Even with these efforts, information from nationally representative studies about tobacco dependence among users of products such as cigars and e-cigarettes remains limited. The FDA issued a federal rule in May 2016 asserting regulatory jurisdiction over all tobacco products in the US that were not previously regulated, including e-cigarettes and cigars . Understanding dependence symptoms and cessation intentions among users of these products is therefore an important public health issue, and results from this study will help provide information about their effects on users that can inform future regulatory and research activities.
Our study addresseses these issues by using nationally representative data for US adults from the 2012–2013 National Adult Tobacco Survey (NATS) to analyze the prevalence of tobacco dependence symptoms among exclusive cigarette, cigar, and e-cigarette users, as well as users of combinations of these products. We restricted our analyses to these three tobacco products because they are associated with similar use behaviors, including possible inhalation and hand and mouth interaction, thus allowing for more direct comparison for some dependence symptoms. The 2012–2013 NATS was designed to include multiple measures of tobacco dependence symptoms relevant for all tobacco products, including craving and withdrawal symptoms and time to first tobacco use. Because tobacco dependence is often predictive of cessation motivation and success [11, 16], our study also analyzes future cessation intentions for users. This study provides valuable insight into tobacco dependence and cessation intentions among US adults, particularly for cigar and e-cigarette users for whom such information was previously lacking.
The 2012–2013 NATS is a stratified, random-digit dialed, landline and cellular telephone survey of US non-institutionalized adults aged 18 years and older residing in the 50 states and the District of Columbia . Data collection occurred from October 1, 2012 through July 30, 2013, with 57,994 completed interviews and 2,198 eligible partial interviews (≥60 % complete), yielding 60,192 total qualified interviews . NATS utilized a dual frame, non-overlapping sample design, with independent samples drawn from landline and cellular-only telephone frames. The cellular-only frame consisted of households without landlines that rely exclusively on cellular telephones to make calls.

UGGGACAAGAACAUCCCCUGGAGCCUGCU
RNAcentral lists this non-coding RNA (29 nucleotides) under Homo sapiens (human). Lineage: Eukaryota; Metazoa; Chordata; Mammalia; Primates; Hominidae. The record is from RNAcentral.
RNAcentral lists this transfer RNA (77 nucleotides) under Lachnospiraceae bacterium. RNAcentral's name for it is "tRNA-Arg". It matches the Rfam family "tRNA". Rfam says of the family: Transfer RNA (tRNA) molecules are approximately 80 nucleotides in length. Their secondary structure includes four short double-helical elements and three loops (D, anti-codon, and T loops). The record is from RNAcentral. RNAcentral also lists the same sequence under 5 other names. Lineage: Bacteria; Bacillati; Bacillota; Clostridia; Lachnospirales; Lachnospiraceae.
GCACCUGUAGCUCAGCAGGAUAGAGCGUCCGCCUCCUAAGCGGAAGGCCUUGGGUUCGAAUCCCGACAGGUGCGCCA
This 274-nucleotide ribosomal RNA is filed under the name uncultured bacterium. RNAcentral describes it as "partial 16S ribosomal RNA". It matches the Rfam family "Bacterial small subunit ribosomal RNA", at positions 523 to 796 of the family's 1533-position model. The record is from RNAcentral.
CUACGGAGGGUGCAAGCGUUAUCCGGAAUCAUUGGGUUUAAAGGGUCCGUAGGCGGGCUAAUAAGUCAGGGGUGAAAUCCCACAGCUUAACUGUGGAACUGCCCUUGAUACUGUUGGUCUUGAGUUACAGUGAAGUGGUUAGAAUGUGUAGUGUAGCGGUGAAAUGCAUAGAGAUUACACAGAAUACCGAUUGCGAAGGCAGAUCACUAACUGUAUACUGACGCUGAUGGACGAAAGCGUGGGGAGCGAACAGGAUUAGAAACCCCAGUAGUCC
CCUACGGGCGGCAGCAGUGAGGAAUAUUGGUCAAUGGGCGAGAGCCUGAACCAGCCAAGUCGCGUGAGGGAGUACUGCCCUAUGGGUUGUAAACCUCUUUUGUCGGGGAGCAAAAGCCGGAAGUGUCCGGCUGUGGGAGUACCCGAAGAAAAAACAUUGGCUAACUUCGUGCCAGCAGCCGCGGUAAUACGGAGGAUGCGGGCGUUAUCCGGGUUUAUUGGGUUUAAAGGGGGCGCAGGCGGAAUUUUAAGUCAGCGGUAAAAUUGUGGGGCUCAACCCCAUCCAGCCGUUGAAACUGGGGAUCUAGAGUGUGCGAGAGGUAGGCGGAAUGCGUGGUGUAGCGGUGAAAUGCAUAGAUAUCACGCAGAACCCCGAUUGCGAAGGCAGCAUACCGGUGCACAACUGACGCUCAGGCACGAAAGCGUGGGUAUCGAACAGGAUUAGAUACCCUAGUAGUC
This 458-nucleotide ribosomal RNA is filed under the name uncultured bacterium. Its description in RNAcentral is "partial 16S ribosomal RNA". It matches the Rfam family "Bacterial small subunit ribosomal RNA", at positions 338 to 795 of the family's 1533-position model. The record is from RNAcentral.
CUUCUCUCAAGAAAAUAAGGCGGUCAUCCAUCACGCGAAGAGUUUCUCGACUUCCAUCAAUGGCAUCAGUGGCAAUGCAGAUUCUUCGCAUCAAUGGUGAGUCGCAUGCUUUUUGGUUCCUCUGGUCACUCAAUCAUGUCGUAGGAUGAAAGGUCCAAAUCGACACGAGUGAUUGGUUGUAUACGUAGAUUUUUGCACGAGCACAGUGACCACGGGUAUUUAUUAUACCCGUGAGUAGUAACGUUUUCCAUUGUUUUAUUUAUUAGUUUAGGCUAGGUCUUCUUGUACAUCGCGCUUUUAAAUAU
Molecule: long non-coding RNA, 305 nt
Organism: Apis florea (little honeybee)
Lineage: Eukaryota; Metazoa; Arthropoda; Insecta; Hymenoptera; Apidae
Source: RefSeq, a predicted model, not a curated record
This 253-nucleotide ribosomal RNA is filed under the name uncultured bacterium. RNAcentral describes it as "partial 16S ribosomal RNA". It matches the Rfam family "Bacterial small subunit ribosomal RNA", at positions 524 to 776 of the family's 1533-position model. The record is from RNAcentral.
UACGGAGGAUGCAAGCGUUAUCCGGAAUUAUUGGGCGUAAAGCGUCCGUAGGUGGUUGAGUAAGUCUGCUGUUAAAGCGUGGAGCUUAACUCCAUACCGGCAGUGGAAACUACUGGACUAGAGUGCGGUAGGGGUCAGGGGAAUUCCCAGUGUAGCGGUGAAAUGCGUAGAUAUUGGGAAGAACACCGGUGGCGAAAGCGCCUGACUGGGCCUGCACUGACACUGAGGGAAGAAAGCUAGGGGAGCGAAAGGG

Tobacco product use
The 2012–2013 NATS assessed use of cigarettes, cigars (including large cigars, cigarillos, and little filtered cigars), and e-cigarettes, among other tobacco products including traditional pipes, waterpipes/hookah, chewing tobacco, snuff, dip, snus, and dissolvable tobacco products. Our analysis focused on daily cigarette, cigar, and/or e-cigarette users although descriptive statistics for all daily tobacco users are presented for purposes of comparison. Current cigarette and cigar smokers aged 30 years and older were defined as individuals reporting having smoked at least 100 cigarettes or 50 cigars in their lifetimes and currently using these products every day or some days for cigarettes and every day, some days, or rarely for cigars. Young adults aged 18–29 years reporting current daily or some day use of cigarettes or daily, some day or rare use of cigars did not need to meet the thresholds for ever product use to be classified as a current user, but most daily cigarette smokers (6,066 of 6,073) and daily cigar smokers (339 of 340) reported that they had met the relevant threshold. Current e-cigarette users reported using these products every day, some days, or rarely. Tobacco users analyzed in this study were categorized as exclusive users of cigarettes, cigars, and e-cigarettes; dual users of cigarettes and cigars or cigarettes and e-cigarettes; or users of all three of these products. Users of these products along with other tobacco products were excluded from the analysis. Exclusive daily use of traditional pipes or waterpipes was extremely low among NATS participants, with 31 and 1 users respectively.